You need to make a change. Your sales team has fallen behind the competition. Maybe you’ve lost the competitive edge you had on everyone else, and now you’re at serious risk of becoming irrelevant. Maybe there’s a new player in the game who has swooped in and grabbed market share in a way no one saw coming. So here’s the question: what are you going to do about it? Maybe you’ll choose to go head-to-head with a competitor or to free up a transcendent talent to blow past existing records.

You need to make a change. Your sales team has fallen behind the competition. Maybe you’ve lost the competitive edge you had on everyone else, and now you’re at serious risk of becoming irrelevant. Maybe there’s a new player in the game who has swooped in and grabbed market share in a way no one saw coming. So here’s the question: what are you going to do about it? Maybe you’ll choose to go head to head with a competitor or to free up a transcendent talent to blow past existing records.

If you’re going to go toe to toe with a competitor who has consistently stayed on pace with or outsold your team, you’ll need to work smarter and harder. Start by crunching the numbers. Collect market-wide data on new home sales in your market(s). If your team is outselling everyone else, give them a pat on the back, then brace for the counterattack and continue sharpening your game. If not, get ready to climb in the rankings by zeroing in on whatever competitors are directly ahead of you.

Once you have the data, present it to your team as a challenge. If Competitor X sold five more homes than your team last quarter, put your team on a mission to turn the tide and run up the score on them by committing to outsell them by twenty-five next quarter. If the gap is larger (maybe they lapped you by 250), focus on gaining ground so your team can be within striking distance next year. Whatever your situation, there’s real value in supplying your team with a clear target to shoot for.

Integrate data collection into everything your team does. If you lose a customer to the competition, ask for feedback about what sealed the deal for him or her. Look for trends, but don’t settle for easy answers that pin the blame on marketing, pricing, or any other factors outside your control. Can your team improve in countering the competition’s top selling points? Are they following up with prospects and instilling a sense of urgency? It’s your responsibility to coach and train your team in any areas where the data says they’re deficient.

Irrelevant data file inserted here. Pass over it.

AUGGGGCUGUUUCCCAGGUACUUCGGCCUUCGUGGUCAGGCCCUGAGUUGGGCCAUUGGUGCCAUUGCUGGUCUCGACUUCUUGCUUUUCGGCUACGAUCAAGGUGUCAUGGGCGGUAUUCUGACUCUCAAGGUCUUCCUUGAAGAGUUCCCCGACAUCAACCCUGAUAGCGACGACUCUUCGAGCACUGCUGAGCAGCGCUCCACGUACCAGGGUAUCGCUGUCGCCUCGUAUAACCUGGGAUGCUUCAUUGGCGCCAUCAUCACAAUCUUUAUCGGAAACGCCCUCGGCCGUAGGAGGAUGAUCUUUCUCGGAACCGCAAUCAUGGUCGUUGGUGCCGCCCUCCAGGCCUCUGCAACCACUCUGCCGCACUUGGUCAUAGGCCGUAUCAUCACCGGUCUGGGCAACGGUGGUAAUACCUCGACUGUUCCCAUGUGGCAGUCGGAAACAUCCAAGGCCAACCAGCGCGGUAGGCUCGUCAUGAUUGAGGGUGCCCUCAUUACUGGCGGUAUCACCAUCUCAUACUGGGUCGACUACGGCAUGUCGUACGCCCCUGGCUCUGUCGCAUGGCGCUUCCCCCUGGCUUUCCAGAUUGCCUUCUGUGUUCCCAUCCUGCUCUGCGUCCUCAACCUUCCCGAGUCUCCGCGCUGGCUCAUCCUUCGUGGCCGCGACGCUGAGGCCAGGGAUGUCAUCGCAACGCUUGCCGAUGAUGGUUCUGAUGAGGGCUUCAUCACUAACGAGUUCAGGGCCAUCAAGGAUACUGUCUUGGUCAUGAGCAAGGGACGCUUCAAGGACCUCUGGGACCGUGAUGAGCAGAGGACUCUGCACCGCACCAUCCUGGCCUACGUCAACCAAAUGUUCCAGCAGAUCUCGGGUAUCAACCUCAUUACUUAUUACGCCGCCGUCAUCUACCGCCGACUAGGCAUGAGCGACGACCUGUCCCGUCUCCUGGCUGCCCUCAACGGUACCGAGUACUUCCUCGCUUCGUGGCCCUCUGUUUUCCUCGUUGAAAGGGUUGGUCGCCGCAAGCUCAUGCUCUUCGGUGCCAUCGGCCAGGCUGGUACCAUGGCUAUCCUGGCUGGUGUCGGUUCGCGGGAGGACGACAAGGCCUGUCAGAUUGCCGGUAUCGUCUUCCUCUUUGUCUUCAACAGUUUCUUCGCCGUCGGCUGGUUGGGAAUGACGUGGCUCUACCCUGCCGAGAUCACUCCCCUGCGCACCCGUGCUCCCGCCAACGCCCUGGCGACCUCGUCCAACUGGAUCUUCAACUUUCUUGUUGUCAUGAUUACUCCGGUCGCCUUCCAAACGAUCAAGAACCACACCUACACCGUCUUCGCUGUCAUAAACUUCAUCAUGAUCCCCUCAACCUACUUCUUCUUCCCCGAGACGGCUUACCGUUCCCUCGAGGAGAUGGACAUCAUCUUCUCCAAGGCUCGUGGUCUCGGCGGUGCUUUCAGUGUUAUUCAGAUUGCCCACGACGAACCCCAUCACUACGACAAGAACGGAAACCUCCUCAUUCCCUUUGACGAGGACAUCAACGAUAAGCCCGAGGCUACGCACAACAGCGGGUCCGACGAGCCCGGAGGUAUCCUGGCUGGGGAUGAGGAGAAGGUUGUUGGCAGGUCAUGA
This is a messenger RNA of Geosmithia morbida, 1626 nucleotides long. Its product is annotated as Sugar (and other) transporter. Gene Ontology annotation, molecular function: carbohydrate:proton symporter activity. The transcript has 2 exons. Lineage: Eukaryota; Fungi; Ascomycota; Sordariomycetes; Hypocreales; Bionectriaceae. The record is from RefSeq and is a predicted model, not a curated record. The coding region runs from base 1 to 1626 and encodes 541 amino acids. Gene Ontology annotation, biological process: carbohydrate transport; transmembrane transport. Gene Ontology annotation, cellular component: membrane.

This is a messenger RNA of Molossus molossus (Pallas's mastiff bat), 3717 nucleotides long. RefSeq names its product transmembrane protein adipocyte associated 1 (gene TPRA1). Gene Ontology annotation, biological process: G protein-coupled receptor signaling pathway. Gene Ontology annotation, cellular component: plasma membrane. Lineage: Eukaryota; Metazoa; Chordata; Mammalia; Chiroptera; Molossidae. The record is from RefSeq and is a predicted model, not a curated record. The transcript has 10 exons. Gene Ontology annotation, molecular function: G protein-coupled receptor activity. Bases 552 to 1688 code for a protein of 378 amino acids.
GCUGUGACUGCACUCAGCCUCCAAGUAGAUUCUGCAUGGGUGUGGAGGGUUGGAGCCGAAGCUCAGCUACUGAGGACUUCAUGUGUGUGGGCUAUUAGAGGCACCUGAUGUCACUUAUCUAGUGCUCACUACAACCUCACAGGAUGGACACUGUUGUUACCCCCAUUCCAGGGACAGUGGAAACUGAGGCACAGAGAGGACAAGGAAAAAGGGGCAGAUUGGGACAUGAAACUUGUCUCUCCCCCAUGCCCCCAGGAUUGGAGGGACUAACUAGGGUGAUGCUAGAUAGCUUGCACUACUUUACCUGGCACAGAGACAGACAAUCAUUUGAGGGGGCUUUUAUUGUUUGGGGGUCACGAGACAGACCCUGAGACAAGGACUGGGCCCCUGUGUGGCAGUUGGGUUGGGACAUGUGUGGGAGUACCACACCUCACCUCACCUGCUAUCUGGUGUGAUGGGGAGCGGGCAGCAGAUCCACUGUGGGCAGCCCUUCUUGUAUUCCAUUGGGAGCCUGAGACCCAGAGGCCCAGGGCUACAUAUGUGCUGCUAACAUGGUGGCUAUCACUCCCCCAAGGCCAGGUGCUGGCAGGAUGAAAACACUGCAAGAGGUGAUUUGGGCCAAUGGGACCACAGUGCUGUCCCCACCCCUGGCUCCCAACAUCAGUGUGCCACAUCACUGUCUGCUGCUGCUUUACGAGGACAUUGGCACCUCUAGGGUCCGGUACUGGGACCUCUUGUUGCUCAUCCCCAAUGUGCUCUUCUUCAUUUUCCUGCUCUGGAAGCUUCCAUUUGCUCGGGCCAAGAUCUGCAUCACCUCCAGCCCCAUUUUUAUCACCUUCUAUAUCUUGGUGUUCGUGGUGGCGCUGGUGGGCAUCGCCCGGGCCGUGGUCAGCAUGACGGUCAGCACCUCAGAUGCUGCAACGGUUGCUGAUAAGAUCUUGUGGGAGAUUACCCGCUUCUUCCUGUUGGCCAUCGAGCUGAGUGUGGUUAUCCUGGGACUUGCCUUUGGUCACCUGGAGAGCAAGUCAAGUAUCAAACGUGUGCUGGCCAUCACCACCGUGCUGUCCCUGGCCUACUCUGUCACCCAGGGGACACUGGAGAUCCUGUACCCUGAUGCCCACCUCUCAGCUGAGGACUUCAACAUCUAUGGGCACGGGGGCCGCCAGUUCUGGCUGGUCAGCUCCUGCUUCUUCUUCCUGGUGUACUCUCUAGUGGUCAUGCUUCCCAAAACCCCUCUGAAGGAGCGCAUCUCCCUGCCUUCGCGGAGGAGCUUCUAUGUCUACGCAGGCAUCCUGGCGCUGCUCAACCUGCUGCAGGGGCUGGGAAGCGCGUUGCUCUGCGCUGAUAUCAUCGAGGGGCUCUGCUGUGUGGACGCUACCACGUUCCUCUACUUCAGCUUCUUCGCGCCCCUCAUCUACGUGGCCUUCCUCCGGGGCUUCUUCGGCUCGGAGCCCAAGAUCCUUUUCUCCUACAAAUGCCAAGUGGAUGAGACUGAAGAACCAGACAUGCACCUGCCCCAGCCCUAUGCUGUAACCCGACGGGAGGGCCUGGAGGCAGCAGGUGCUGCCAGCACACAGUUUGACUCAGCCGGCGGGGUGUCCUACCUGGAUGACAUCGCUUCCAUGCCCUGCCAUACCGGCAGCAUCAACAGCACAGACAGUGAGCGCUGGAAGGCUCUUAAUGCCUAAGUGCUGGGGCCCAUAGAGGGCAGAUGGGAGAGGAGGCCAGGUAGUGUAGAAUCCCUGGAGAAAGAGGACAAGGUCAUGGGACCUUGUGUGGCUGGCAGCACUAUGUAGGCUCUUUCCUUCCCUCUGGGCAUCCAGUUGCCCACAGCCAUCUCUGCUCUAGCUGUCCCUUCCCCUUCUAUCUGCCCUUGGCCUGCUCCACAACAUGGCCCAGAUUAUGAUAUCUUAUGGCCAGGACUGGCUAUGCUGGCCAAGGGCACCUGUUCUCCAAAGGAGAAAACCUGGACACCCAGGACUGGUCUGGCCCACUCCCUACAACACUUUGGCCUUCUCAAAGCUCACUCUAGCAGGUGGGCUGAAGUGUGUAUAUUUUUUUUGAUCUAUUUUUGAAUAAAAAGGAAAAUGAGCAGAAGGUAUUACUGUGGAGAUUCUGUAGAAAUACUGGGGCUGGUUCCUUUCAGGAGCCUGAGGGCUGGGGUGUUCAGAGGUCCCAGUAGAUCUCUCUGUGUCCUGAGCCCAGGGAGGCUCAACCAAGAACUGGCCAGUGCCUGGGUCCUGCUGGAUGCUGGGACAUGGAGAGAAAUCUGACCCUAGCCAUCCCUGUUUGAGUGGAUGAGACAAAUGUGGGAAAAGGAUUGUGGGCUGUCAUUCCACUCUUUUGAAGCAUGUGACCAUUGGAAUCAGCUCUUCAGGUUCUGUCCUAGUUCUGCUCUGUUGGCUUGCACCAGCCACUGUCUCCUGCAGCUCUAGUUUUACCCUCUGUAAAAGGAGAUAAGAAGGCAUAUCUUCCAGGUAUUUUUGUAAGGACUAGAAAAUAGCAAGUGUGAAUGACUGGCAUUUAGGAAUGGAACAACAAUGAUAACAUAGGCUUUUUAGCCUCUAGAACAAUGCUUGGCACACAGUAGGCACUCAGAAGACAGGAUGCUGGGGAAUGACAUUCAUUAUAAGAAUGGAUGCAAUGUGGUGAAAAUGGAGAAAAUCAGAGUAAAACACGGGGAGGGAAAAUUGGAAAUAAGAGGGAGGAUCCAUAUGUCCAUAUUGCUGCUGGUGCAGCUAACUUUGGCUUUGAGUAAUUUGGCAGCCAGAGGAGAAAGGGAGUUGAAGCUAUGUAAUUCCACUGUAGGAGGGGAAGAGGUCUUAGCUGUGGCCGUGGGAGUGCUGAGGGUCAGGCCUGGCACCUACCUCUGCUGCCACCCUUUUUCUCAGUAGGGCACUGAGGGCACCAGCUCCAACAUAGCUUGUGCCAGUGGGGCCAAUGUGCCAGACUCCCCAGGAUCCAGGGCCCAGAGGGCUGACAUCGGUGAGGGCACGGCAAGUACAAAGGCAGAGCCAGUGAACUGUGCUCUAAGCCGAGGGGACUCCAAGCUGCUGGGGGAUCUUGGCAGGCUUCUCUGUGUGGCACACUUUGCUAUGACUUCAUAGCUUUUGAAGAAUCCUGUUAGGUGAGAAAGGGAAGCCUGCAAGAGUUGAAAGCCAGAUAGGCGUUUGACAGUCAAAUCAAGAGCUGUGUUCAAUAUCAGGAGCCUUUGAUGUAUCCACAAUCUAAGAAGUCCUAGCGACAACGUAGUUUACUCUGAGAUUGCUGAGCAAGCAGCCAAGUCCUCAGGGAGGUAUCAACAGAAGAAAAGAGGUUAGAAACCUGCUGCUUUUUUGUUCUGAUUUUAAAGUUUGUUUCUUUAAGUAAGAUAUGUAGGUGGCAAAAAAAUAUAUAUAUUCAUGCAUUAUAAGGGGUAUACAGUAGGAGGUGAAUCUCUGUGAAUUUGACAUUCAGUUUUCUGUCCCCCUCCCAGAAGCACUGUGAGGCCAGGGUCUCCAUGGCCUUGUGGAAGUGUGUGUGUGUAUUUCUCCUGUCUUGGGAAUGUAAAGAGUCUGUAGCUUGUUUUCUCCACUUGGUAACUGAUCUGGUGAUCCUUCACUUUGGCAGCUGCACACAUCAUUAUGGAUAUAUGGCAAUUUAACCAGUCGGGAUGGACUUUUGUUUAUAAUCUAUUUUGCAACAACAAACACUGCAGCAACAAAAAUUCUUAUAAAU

Say you’re buried in the sales rankings, hundreds of sold homes behind the leaders of the pack. Don’t get discouraged. Even as you set your team up to compete with the competitor or cluster of competitors directly in front of you, spend some time considering how you can better leverage your high performers. Something historic just happened in the NBA, and while it was a team effort, one transcendent talent really made it possible. Whether you’re a basketball fan or not, it can teach you some important lessons about how to get the most out of your team. The Golden State Warriors eclipsed a record many thought would stand forever by winning one more game in a season than the 1995-96 Chicago Bulls. In the process, Warriors’ star point guard Steph Curry scored 402 three-point baskets, a whopping 116 (or 40%) more in a single season than any player in NBA history.

If you already have a transcendent talent on your sales team, do whatever it takes to free him or her up from anything that’s not sales-focused to maximize the positive impact on your team. This seems obvious, but it also flies in the face of a lot of conventional wisdom about treating everyone fairly. “Conventional wisdom” tends to produce conventional results.

Steph Curry made 126 more three-pointers than anyone else in the NBA last season. He also attempted about 230 more than anyone else. You won’t hear Curry or his coach issue any apologies to the team for his unusually high rate of scoring, and given the connection between individual success and team success in the Warriors’ case, you won’t hear the team complaining one bit. If you have a dead-eye shooter, you let him or her shoot.

Collectively, the Warriors went toe-to-toe with a legendary team from the past and emerged with the narrowest of margins of victory—a single game. They did it largely by maximizing the impact of a player with game-changing talent, whose annihilation of the old record (which he set last year) would be roughly on par with your team’s top salesperson converting a year-and-a-half’s worth of new home sales in a year.

Don’t have a person or two on your team who is head and shoulders above everyone else? Recruit and hire sales all-stars to round your team out. Can’t get the green light to hire additional salespeople? Create a culture that doesn’t tolerate mediocrity, and any low performers on your squad will seek out easier gigs with less successful companies.

Staying ahead of the competition takes hard work and sustained effort, but if you keep at it, results will follow. They’ll come faster if you lead in such a way that you empower your best salespeople to change the game. Your top performers win, your team wins, you win.